Harrington, an alternate member of the board, received approval from the other members to participate as a voting member due to the absence of Wallace Schling.
Bruce Bachelder, a member of Stepping Stone’s board of directors, called into question Harrington’s ability to remain unbiased due to statements she made at previous planning board meetings related to the Stepping Stone project.
David Kallin, an attorney from the Portland-based law firm Drummond Woodsum representing the town in the appeal, said Harrington should make a statement about whether she could remain unbiased in making a decision about the appeal.
Harrington said she felt she could be objective about the appeal as her issue was not with Stepping Stone, but with the planning board.
“I do not have a problem with Stepping Stone, what I do have a problem with is the planning board. They have been inappropriate in so many ways, and I do not believe the decisions they have made have been in any way educated.”
Kallin told Harrington she “should not be making a decision based on prejudgment about how the planning board has dealt with” applications in the past.
Saying she was speaking as a resident of the town and not as a member of the planning board, Sage also expressed frustration with the planning board’s process in reviewing Stepping Stone’s application, specifically in “decisions made to quash evidence” the neighbors tried to submit. She said information was presented to her in private that, had it come before the board, may have caused members to vote differently.
Attorney Jonathan Hull, representing the abutters, said the replacement of the grandfathered structures is not allowed within the town’s land use ordinance. The land use ordinance allows for non-conforming structures to be “repaired, maintained, and improved,” but not replaced, as was Stepping Stone’s proposal, Hull said.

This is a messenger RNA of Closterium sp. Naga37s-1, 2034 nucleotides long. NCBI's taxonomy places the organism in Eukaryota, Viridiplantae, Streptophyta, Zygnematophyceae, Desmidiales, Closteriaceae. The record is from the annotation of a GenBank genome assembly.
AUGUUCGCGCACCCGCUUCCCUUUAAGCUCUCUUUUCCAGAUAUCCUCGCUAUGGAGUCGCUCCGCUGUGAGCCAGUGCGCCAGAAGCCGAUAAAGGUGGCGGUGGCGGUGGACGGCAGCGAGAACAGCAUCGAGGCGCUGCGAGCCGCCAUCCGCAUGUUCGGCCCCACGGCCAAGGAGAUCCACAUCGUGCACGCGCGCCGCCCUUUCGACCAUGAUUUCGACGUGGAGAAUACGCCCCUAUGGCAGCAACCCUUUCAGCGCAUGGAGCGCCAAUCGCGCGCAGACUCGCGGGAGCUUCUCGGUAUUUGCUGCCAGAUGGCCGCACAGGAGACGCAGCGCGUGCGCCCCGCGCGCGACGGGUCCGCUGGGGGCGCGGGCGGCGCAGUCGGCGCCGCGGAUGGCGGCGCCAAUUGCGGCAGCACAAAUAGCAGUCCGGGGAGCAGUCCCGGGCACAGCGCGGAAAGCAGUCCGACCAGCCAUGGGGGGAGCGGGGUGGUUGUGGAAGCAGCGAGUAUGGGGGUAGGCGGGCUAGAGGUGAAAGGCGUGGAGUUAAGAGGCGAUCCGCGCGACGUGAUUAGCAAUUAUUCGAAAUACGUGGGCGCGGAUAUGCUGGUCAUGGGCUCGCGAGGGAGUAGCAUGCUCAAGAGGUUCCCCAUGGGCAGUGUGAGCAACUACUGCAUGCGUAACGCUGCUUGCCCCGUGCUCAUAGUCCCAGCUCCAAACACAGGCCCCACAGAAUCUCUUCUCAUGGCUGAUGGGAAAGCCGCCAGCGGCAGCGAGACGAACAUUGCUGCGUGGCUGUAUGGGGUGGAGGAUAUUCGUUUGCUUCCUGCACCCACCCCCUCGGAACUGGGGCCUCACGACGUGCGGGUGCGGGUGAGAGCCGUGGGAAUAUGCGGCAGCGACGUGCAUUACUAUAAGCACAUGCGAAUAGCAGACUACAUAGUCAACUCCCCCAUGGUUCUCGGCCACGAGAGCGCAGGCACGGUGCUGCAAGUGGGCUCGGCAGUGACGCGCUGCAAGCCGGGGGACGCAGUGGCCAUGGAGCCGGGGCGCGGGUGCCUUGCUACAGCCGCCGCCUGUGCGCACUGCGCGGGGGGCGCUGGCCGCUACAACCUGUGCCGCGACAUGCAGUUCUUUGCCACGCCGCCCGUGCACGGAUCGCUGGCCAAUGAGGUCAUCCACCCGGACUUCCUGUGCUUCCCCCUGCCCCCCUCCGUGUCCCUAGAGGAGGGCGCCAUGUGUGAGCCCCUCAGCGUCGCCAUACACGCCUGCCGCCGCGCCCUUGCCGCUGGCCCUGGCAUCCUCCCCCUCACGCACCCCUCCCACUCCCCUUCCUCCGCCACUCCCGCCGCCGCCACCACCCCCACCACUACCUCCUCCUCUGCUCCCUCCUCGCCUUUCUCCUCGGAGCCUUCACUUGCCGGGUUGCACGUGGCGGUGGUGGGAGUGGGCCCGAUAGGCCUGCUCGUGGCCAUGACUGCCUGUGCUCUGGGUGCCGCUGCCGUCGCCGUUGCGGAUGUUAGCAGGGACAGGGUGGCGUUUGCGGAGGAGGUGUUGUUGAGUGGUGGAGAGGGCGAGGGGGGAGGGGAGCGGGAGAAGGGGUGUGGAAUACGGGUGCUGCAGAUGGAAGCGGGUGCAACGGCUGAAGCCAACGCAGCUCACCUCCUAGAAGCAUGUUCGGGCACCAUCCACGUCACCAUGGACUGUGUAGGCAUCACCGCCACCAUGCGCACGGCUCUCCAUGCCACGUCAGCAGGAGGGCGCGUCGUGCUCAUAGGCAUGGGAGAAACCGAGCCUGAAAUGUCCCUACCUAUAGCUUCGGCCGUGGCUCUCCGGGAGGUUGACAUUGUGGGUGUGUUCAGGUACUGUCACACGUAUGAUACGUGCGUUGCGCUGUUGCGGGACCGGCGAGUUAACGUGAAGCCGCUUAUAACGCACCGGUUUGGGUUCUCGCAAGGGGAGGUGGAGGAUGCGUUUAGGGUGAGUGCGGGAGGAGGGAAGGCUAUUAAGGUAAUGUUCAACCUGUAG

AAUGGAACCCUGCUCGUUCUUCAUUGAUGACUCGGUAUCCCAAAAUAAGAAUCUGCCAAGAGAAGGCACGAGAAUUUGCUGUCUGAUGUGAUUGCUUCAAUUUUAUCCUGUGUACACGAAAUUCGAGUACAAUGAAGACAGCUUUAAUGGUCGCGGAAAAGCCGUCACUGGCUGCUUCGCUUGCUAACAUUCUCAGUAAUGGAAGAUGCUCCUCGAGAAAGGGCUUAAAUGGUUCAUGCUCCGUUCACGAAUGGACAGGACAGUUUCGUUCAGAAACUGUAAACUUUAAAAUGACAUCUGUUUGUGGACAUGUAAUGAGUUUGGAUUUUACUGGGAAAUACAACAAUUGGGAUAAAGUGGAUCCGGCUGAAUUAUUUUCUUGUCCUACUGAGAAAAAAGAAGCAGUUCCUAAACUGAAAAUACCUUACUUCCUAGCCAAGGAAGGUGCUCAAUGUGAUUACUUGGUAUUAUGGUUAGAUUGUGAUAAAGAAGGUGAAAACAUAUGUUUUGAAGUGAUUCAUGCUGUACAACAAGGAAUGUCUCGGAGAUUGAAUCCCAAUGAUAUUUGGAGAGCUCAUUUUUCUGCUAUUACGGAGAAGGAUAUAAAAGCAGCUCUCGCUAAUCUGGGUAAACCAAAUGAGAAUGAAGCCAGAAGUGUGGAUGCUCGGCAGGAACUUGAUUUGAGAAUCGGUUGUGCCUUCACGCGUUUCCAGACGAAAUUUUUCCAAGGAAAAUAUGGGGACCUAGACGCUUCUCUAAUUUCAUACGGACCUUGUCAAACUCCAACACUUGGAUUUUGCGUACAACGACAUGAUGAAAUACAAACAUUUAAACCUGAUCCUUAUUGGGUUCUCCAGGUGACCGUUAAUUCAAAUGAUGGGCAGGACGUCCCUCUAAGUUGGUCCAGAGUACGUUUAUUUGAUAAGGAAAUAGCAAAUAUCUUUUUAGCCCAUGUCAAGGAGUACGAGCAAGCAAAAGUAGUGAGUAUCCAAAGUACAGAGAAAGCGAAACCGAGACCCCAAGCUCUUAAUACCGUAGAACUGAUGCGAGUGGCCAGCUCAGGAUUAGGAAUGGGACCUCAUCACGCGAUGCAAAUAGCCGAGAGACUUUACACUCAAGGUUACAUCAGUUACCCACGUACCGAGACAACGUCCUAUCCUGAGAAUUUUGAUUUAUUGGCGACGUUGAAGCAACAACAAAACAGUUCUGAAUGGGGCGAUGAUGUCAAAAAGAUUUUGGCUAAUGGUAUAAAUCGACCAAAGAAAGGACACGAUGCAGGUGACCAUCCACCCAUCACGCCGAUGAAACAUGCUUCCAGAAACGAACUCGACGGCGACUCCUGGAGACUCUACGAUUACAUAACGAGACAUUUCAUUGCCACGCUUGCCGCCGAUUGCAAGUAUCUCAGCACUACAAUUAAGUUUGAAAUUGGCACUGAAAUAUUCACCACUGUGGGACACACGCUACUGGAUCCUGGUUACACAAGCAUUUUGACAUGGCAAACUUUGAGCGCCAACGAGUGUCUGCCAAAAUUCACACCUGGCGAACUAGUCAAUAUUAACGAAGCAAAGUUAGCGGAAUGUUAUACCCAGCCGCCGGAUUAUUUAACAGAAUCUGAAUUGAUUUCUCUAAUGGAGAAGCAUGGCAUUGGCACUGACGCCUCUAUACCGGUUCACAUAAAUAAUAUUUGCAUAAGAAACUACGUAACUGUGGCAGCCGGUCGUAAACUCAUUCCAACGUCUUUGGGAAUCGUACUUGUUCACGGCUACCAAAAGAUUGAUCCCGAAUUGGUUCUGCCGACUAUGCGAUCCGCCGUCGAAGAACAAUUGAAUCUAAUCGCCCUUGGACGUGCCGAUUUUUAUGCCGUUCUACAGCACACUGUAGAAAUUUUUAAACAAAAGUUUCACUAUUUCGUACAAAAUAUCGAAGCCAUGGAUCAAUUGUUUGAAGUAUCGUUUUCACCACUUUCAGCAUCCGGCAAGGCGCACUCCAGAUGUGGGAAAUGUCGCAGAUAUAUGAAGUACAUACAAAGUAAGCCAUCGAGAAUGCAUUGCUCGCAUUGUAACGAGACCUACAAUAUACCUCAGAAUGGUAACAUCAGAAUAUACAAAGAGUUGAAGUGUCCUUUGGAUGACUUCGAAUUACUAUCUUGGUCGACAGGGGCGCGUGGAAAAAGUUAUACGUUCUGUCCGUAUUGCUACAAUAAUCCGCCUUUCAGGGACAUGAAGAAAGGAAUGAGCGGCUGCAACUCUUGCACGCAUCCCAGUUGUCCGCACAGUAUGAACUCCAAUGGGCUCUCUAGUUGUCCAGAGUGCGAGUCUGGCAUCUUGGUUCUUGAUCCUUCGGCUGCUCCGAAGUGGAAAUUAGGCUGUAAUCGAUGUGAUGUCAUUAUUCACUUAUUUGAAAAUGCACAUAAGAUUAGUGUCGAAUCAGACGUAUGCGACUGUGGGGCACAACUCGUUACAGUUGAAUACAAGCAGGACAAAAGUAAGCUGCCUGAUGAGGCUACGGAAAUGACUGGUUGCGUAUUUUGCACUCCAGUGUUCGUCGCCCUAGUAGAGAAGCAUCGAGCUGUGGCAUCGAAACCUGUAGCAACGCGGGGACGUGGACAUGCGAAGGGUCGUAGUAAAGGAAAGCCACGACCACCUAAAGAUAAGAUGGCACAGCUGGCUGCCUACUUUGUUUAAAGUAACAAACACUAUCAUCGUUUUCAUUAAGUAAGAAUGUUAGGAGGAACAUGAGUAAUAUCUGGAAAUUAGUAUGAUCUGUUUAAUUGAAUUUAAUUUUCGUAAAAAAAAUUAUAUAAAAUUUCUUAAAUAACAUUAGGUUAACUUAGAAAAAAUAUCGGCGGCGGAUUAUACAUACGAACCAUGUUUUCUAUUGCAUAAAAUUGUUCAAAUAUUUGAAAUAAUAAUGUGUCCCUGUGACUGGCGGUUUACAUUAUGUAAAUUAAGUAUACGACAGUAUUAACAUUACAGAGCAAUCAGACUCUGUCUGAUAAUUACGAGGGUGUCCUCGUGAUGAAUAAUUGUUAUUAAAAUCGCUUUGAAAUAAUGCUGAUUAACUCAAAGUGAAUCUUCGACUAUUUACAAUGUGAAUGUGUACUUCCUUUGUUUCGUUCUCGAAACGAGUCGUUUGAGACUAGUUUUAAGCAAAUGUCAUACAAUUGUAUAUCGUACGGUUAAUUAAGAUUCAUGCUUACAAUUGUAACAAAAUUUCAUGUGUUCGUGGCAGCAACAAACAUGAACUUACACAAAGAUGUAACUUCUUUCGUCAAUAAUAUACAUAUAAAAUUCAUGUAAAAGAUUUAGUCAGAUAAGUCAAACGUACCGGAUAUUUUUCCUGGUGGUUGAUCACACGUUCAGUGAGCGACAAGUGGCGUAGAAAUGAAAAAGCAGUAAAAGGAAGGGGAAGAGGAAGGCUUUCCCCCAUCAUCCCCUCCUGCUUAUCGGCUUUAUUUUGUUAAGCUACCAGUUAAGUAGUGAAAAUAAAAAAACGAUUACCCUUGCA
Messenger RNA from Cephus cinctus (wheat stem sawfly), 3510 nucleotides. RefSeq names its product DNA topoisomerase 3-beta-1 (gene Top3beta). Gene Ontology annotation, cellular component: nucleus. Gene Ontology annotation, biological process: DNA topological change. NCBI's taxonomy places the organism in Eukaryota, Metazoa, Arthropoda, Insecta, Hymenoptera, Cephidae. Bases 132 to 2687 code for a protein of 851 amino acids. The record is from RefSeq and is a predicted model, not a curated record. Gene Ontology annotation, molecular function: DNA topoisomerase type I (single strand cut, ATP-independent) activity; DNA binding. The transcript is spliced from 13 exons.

Following Hull’s arguments and statements from Bachelder about the town’s need for low-income housing, both appeals board Chair Bruce Rockwood and Betke separately asked if the matter could be resolved in mediation as a way to avoid future litigation.
“Unless there is a way of finding an appropriate, mediated solution … I have the sense that someone would be likely sued,” Rockwood said.
Harrington made a motion “to accept the appeal and reject the decision of the planning board.” Rockwood seconded the motion to allow the board to have a discussion on the matter.
The motion passed 3-2, with Harrington, Betke, and Fred Sewall in favor. Rockwood and Jim Cosgrove voted in opposition.
Stepping Stone’s application for the replacement of the units will not go back to the planning board, Town Manager Matt Lutkus said. The nonprofit can either appeal the board of appeals decision in court or apply to redevelop the property in another configuration, he said.
The board of appeals decision also will not affect the organization’s current use of the property. Stepping Stone can continue the current use without the need to obtain any new permit, Lutkus said.
Stepping Stone Housing Inc. Executive Director Marilee Harris said the nonprofit’s board of directors will discuss the decision of the board of appeals during its next meeting before deciding its next steps.